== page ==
If our first day in the Amazon was exciting, the remaining time we enjoyed there wasn’t any less!
And this video is a proof of that:
Life in the Amazon starts at dawn: this applies whether you are a local or a visitor!
With a 6AM call time, Lobo had suggested us to start the day with some bird watching. I have to confess this is not my favorite nature related activity. I can’t relate to some people who make trips specifically to places with certain bird species and spend hours and hours observing them. But with an open mind, I woke up at dawn and jumped into our canoe to paddle up and down the Tapira river and let those flying early risers enchant me.
This was a very mellow start of the day activity, when we learnt about some typical species of birds who inhabit in the Amazon and their role in the big picture of the rain forest eco-system. We didn’t get to see any bird particularly from up close, but the canoe ride listening to the sounds of nature before the sun was completely up was very enjoyable. As you listen to nature while being quite, in the middle of such a grandiose place as the Amazon, you can feel truly small and insignificant. And at the same time appreciate the beauty of all that surrounds you.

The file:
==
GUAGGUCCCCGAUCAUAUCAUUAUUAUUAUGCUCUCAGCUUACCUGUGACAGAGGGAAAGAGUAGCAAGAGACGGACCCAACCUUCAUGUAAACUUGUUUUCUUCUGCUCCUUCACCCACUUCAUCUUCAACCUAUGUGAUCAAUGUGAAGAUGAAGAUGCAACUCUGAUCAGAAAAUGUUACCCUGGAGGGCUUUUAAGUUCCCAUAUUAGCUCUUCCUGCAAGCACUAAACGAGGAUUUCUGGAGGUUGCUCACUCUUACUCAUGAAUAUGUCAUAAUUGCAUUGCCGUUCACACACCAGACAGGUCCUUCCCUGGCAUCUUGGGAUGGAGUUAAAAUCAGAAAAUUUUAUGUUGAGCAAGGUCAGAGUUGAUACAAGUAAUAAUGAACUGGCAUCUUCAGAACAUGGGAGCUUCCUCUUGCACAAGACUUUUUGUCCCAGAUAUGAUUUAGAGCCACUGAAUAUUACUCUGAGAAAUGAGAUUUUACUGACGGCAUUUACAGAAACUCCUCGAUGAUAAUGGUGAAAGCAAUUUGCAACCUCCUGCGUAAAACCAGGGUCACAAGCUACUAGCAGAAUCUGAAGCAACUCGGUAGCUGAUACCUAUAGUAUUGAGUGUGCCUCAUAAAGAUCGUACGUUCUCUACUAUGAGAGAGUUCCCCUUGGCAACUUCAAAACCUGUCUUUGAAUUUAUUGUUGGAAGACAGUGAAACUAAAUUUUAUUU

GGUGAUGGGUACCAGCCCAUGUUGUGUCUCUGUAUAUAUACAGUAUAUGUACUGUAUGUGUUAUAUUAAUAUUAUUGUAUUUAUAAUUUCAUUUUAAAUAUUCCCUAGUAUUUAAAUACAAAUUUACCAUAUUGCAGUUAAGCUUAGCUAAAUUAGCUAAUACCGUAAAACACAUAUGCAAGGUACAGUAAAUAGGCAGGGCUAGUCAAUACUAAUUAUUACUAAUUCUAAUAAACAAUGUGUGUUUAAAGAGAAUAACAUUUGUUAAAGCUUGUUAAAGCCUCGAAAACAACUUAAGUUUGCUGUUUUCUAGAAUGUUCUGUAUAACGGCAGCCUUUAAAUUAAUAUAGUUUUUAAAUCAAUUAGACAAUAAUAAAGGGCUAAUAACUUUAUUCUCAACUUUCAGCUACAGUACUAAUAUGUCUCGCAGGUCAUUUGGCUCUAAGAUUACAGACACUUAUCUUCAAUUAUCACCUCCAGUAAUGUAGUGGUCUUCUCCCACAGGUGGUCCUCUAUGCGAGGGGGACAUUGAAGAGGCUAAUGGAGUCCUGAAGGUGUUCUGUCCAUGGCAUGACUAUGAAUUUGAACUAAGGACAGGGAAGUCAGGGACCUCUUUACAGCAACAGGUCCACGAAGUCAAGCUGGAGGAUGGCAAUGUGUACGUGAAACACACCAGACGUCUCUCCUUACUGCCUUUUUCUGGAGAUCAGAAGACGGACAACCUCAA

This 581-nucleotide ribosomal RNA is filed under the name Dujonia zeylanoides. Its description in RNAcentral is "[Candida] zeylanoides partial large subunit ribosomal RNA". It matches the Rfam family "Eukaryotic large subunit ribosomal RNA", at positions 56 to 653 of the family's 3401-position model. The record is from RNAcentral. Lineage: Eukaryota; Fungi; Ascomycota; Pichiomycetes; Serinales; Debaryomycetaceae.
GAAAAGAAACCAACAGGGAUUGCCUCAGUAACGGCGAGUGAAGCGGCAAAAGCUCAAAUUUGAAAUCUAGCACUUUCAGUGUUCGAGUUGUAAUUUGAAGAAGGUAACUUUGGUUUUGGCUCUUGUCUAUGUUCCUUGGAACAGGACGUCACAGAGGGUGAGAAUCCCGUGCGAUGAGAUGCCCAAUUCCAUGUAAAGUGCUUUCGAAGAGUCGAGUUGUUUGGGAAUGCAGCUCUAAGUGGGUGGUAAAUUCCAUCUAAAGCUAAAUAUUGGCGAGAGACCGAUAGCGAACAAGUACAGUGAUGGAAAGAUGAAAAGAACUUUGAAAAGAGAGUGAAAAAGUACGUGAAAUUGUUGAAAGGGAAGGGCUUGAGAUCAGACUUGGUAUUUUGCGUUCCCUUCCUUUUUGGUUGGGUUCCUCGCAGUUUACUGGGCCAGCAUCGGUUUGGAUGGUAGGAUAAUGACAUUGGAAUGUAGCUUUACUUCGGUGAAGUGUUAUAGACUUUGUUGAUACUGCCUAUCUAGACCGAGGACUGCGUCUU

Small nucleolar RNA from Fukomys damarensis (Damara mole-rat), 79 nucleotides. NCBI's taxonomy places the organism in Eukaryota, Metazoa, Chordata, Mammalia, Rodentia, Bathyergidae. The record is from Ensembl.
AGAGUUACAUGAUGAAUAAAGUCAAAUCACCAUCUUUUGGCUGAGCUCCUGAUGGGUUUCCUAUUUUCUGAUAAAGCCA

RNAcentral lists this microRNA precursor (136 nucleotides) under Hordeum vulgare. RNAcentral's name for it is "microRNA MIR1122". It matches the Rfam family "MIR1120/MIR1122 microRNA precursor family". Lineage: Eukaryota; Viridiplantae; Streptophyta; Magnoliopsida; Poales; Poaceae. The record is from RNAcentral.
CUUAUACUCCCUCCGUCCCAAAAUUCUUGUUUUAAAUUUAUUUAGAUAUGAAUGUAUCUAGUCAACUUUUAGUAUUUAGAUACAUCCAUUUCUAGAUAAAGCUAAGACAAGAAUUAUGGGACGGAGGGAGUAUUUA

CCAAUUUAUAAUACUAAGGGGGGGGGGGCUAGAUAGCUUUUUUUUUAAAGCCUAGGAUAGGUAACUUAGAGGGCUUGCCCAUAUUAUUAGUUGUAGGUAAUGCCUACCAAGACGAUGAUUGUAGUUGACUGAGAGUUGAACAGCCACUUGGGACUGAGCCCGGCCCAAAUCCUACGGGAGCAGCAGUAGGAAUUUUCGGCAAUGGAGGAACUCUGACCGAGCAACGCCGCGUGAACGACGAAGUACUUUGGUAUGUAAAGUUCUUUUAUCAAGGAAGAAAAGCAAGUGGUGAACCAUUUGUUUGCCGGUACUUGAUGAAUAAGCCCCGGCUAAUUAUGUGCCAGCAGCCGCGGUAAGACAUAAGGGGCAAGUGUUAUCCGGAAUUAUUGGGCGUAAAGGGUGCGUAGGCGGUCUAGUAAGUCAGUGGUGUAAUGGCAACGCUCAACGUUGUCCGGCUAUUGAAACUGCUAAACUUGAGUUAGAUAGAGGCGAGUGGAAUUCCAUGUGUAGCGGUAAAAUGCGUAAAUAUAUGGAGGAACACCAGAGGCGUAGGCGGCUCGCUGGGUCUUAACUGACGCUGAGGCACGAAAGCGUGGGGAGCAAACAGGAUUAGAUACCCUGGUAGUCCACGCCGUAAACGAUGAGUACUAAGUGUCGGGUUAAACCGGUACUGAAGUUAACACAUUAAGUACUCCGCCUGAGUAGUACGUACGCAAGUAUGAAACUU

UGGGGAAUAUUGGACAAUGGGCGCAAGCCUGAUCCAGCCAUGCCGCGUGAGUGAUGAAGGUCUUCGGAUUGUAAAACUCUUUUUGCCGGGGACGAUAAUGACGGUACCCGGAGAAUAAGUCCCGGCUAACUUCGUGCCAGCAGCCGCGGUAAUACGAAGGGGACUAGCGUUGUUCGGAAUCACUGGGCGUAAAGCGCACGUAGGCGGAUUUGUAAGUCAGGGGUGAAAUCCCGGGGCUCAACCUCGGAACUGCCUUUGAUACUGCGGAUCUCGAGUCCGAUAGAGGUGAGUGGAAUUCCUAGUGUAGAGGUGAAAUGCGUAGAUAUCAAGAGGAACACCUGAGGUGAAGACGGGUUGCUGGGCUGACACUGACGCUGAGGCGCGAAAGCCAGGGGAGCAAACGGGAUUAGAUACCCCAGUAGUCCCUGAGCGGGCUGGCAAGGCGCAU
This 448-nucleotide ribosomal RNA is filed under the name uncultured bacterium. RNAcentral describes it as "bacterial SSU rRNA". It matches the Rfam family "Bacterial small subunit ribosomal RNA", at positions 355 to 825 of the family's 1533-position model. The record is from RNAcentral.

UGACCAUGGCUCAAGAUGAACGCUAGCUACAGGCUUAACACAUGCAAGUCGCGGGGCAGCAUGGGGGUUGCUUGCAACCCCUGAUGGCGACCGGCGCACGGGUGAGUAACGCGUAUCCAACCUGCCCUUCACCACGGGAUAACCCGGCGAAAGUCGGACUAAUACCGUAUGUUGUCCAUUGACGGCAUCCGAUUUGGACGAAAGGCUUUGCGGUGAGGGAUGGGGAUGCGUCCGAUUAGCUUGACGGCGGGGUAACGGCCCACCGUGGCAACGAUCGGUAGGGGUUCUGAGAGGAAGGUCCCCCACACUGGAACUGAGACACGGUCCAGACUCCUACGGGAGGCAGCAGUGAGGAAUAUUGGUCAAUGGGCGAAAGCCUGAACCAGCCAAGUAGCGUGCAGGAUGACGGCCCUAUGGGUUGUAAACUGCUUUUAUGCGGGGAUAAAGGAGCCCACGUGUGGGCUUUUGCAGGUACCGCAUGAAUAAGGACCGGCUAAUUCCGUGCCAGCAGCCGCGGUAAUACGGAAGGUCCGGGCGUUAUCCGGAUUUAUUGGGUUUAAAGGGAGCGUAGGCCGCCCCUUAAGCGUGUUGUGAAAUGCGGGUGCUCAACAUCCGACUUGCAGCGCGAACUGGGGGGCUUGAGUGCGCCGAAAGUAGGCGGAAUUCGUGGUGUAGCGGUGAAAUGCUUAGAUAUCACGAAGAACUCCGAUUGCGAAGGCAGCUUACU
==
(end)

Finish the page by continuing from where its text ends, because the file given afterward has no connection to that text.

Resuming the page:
Back in the lodge, we had breakfast and enjoyed some chill out time in the hammocks area. This is the ideal spot for reading, to take a nap or to simply lay down listening to the birds singing and winds blowing.
Just before lunch time, we had a new group of travelers joining us at Chullachaqui Eco Lodge. They were a family of Peruvians and so it happened that one of the ladies was obsessed with India – she was so excited to meet Ashray (the first person from India she had ever met in person!) that by the end of our stay she even requested to take a photo with him, telling her husband to stay out of it!
Between talks about Indian and Peru, we went together onto the next activity Lobo had planned for us: another jungle walk. This time, crossing to the other side of the river, with the idea of spotting sloths, monkeys and other creatures. As we had previously experienced in Costa Rica, sloths are adorable but rather hard to find! Not because they are less in number, but mainly because they sit up high in the trees and nap in between branches and leaves. But our guide was a persistent one, going up the trees and all to make sure we managed to spot some sloths.
Monkeys, on the other hand, were easy to observe. Those fellows can’t stop jumping around – it was almost as if they wanted to put up show for us! Such fun creatures!
The best part of our walk was, hands down, going all the way to Lobo’s village. This tiny Amazonian settlement, with such a great name as “Centro Americal” is home to most of the staff working at Chullachaqui Eco Lodge and served as one more element to help us demystify whatever pre-conveived idea of this part of the world that we might have had.